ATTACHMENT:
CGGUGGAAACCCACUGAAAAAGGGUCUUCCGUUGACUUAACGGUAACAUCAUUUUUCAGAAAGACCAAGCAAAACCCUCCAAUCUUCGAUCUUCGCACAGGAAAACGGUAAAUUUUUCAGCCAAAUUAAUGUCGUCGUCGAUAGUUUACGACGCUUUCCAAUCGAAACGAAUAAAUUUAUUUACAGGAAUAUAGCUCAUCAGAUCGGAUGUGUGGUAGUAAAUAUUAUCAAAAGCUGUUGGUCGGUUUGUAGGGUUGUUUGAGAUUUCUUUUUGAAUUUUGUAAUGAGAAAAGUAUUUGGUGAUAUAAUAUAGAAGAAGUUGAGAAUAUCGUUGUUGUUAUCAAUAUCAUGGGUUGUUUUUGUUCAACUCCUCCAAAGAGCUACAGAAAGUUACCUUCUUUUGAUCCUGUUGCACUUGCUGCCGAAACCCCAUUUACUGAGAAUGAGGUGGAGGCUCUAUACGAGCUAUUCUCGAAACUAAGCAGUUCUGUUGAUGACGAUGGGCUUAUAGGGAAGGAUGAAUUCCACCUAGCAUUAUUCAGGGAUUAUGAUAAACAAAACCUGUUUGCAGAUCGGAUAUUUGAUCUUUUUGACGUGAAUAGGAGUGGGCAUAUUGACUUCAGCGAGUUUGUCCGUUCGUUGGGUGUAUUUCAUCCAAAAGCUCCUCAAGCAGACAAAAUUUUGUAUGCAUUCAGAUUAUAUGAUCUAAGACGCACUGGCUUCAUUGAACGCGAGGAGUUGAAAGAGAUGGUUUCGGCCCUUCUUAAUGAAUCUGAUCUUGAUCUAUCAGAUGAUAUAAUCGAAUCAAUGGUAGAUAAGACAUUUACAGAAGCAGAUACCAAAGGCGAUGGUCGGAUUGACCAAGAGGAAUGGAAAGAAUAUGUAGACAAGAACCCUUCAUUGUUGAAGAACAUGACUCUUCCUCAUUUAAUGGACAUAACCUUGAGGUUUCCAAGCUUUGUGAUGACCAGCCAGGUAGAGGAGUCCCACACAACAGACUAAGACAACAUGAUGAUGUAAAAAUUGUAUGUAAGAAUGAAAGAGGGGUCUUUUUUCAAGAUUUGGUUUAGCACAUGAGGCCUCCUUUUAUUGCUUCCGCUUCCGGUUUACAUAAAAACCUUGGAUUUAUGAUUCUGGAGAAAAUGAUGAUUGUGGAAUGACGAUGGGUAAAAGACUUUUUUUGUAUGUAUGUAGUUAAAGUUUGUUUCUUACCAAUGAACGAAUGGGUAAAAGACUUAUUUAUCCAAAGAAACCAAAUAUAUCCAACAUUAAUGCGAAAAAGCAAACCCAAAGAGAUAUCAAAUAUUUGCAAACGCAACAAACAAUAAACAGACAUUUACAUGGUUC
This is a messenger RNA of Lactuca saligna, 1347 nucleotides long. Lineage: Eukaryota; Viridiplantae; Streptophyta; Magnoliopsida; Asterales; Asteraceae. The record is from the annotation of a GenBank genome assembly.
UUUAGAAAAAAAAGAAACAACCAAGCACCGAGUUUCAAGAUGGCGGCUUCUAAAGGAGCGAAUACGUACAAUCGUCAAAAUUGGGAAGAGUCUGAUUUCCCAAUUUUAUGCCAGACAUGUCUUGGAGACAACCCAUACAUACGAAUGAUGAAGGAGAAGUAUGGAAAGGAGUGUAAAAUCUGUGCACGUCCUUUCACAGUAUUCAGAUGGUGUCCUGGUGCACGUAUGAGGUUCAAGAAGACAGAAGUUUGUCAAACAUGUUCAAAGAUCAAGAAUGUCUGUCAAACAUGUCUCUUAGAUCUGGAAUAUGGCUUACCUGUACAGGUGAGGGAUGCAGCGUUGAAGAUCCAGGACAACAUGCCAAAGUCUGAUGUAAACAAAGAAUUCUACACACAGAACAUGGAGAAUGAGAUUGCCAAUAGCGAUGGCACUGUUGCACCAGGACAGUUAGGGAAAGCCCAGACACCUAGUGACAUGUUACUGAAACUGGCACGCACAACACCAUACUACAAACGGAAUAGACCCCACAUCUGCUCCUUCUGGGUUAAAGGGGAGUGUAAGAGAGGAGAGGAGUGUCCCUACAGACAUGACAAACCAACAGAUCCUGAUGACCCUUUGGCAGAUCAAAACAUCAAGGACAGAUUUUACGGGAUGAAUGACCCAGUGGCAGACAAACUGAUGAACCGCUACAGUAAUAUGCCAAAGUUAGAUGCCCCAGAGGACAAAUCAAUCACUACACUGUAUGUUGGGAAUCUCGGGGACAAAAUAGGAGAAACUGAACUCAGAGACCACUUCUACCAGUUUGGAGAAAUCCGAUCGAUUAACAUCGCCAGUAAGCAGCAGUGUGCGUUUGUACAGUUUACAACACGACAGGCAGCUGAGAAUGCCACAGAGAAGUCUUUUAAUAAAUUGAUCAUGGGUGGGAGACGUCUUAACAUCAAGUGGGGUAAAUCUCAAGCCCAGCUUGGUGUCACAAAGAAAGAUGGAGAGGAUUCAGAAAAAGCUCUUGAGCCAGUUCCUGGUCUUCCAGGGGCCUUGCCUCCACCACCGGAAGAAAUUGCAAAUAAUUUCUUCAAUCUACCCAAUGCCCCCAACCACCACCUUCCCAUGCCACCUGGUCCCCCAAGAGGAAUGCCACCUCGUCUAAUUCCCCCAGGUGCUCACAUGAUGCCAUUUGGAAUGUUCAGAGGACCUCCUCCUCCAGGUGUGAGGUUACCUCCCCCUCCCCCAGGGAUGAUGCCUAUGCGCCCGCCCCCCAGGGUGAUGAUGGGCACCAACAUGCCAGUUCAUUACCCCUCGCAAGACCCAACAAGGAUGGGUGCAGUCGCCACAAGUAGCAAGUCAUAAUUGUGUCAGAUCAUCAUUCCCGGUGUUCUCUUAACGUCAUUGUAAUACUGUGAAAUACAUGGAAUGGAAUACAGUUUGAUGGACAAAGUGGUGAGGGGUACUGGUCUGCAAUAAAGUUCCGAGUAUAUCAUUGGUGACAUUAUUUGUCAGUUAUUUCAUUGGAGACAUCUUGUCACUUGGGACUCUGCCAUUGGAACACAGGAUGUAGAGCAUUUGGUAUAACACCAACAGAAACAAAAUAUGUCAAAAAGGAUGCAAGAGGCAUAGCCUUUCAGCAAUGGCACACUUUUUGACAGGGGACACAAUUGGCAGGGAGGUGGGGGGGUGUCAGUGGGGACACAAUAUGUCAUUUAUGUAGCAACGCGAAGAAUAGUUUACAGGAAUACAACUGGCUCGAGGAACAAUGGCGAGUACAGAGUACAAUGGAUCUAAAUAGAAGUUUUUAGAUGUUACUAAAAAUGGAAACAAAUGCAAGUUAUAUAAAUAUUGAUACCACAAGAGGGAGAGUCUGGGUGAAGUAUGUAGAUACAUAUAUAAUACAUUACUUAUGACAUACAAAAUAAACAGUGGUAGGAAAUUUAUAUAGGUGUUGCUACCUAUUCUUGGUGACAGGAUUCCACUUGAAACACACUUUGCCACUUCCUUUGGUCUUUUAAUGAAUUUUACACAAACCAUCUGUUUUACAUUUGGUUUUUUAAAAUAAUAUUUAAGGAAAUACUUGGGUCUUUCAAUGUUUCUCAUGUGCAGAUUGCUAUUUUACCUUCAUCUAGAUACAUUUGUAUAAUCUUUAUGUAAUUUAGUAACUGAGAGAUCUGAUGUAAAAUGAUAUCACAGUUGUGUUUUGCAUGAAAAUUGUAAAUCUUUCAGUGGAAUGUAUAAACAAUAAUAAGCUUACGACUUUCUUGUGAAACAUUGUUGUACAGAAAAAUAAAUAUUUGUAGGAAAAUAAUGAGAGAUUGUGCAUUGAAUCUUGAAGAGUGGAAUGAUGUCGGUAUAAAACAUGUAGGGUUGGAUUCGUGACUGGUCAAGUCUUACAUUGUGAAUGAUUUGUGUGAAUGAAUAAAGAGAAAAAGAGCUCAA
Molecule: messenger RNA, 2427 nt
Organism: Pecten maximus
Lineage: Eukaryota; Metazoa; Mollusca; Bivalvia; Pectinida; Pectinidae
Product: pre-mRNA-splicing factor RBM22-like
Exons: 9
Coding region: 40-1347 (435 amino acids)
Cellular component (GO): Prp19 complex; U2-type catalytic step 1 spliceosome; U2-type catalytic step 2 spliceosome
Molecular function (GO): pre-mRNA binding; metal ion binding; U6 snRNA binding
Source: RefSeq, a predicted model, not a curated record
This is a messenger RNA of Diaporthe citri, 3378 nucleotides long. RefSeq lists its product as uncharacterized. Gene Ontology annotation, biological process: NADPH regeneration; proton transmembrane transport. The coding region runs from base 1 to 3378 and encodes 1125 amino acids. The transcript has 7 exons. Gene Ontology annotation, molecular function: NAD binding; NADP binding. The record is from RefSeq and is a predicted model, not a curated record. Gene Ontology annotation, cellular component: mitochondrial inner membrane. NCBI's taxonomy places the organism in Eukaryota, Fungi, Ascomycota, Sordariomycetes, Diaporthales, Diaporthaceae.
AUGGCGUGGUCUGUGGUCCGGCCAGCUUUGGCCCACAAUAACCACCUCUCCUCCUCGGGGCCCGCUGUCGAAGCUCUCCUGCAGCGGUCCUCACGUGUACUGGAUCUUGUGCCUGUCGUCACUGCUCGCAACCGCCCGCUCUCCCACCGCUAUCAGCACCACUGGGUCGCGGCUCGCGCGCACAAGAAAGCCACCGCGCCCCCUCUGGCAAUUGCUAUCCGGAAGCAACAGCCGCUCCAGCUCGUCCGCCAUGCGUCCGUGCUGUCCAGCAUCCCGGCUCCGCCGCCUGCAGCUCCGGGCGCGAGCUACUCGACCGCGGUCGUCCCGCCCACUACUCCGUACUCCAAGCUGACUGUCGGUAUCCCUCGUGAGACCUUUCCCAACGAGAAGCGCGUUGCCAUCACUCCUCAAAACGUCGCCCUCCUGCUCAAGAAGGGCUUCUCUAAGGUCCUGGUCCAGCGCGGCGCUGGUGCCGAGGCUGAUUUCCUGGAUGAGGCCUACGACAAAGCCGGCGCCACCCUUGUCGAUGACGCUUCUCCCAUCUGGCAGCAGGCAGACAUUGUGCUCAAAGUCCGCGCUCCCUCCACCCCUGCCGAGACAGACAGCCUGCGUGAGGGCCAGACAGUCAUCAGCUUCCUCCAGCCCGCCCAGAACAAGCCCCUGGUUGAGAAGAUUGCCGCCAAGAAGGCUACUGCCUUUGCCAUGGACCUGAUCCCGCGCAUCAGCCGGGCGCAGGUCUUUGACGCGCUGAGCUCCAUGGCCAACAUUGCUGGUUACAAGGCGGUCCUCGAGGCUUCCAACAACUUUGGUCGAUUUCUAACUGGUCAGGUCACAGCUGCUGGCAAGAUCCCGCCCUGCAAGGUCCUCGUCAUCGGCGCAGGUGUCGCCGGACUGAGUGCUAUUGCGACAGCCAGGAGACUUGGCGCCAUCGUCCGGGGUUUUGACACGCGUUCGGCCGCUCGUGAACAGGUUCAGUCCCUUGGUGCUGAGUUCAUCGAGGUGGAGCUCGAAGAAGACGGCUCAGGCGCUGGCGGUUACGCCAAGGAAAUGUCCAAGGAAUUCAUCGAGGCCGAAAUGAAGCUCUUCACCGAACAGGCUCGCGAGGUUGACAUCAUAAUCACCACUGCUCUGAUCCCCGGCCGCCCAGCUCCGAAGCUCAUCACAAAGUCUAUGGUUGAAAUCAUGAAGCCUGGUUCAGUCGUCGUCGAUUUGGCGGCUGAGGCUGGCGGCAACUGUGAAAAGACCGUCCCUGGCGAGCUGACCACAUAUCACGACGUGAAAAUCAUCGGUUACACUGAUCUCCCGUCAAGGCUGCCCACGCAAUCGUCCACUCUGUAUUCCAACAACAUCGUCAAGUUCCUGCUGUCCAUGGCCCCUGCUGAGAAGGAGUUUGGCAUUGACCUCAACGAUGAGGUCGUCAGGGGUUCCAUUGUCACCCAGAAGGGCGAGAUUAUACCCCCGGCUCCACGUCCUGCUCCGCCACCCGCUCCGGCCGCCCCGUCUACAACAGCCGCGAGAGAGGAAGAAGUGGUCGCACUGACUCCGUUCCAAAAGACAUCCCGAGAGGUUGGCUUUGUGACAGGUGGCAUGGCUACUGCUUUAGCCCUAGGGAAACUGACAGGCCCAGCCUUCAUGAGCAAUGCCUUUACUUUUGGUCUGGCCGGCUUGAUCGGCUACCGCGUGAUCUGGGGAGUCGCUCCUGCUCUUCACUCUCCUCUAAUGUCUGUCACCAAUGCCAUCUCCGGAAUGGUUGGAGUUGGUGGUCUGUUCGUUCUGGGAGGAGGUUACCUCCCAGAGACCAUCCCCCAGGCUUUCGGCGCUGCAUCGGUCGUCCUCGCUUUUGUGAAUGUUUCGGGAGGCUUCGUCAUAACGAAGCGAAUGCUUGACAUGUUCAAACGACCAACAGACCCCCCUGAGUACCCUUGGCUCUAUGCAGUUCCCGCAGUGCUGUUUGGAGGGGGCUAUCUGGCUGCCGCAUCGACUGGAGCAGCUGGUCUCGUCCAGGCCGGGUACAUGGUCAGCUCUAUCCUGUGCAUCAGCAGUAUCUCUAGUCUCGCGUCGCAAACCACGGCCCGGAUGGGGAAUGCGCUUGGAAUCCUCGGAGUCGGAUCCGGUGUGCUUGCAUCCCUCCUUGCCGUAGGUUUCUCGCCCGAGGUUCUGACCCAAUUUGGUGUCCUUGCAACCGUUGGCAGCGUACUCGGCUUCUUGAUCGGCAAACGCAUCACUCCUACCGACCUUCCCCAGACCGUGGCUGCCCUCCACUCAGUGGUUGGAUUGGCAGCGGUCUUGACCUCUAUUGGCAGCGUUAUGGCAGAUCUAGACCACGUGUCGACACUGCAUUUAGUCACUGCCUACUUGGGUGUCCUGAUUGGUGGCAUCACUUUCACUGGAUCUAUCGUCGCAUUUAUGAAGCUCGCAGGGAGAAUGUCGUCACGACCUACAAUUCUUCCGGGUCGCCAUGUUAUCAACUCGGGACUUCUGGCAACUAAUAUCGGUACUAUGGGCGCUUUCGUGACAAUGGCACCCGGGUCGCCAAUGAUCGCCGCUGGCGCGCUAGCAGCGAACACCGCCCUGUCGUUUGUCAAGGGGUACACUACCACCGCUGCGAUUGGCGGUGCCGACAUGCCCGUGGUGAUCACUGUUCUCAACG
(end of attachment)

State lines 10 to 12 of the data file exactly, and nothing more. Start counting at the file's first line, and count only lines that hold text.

Cellular component (GO): Prp19 complex; U2-type catalytic step 1 spliceosome; U2-type catalytic step 2 spliceosome
Molecular function (GO): pre-mRNA binding; metal ion binding; U6 snRNA binding
Source: RefSeq, a predicted model, not a curated record